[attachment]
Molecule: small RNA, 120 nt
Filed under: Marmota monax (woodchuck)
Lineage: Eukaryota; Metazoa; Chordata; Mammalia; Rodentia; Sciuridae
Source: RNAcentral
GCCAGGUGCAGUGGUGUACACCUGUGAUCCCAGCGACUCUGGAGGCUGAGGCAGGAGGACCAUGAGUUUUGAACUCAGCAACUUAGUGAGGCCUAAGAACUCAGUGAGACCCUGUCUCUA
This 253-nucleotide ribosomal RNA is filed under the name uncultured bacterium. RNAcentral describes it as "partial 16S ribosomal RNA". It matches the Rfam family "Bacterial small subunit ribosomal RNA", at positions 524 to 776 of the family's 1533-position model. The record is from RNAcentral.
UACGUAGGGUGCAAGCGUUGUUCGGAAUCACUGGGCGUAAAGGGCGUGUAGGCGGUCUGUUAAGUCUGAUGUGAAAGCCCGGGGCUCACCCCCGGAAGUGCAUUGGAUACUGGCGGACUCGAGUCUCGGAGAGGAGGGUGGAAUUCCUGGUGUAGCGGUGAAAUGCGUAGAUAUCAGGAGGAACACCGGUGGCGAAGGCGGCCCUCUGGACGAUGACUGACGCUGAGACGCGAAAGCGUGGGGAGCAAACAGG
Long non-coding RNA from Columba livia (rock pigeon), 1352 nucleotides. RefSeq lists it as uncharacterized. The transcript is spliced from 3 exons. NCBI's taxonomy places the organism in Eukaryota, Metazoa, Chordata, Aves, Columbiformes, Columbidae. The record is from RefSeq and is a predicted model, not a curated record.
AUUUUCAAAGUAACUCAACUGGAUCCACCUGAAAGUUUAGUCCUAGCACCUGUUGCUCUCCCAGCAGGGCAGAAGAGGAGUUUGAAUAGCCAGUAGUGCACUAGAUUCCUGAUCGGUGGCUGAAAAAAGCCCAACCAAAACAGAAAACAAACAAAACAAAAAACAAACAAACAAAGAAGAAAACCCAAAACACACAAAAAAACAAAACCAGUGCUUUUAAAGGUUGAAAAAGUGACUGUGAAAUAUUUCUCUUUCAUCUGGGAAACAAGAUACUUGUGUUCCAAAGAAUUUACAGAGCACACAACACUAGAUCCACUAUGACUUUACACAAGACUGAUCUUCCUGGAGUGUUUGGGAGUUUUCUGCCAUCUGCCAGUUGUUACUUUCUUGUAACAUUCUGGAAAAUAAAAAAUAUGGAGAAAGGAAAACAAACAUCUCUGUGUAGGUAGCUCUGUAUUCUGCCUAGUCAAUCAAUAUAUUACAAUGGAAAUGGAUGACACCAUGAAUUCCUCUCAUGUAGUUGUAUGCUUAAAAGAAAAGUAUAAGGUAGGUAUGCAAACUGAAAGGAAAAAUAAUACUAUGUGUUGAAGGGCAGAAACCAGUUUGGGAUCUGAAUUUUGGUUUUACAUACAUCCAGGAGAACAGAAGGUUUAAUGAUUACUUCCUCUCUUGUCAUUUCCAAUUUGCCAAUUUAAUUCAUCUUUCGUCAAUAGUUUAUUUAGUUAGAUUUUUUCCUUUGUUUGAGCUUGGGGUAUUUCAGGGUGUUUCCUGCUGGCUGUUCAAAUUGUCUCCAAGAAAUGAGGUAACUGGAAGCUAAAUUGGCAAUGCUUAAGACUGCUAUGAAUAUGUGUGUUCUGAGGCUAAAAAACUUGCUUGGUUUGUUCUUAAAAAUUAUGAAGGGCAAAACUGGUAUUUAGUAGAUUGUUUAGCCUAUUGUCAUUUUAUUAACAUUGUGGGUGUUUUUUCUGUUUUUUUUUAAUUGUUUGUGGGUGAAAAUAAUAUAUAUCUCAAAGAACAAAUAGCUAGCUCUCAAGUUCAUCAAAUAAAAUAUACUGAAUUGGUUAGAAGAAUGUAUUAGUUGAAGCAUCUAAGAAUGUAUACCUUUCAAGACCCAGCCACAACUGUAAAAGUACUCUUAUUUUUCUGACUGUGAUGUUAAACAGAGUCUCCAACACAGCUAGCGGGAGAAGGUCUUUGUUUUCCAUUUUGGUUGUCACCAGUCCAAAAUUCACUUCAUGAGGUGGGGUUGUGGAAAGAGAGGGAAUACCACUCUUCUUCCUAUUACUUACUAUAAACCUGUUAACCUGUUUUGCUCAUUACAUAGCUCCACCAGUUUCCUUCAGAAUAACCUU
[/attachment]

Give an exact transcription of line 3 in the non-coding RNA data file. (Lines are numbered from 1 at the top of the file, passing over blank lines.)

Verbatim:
Lineage: Eukaryota; Metazoa; Chordata; Mammalia; Rodentia; Sciuridae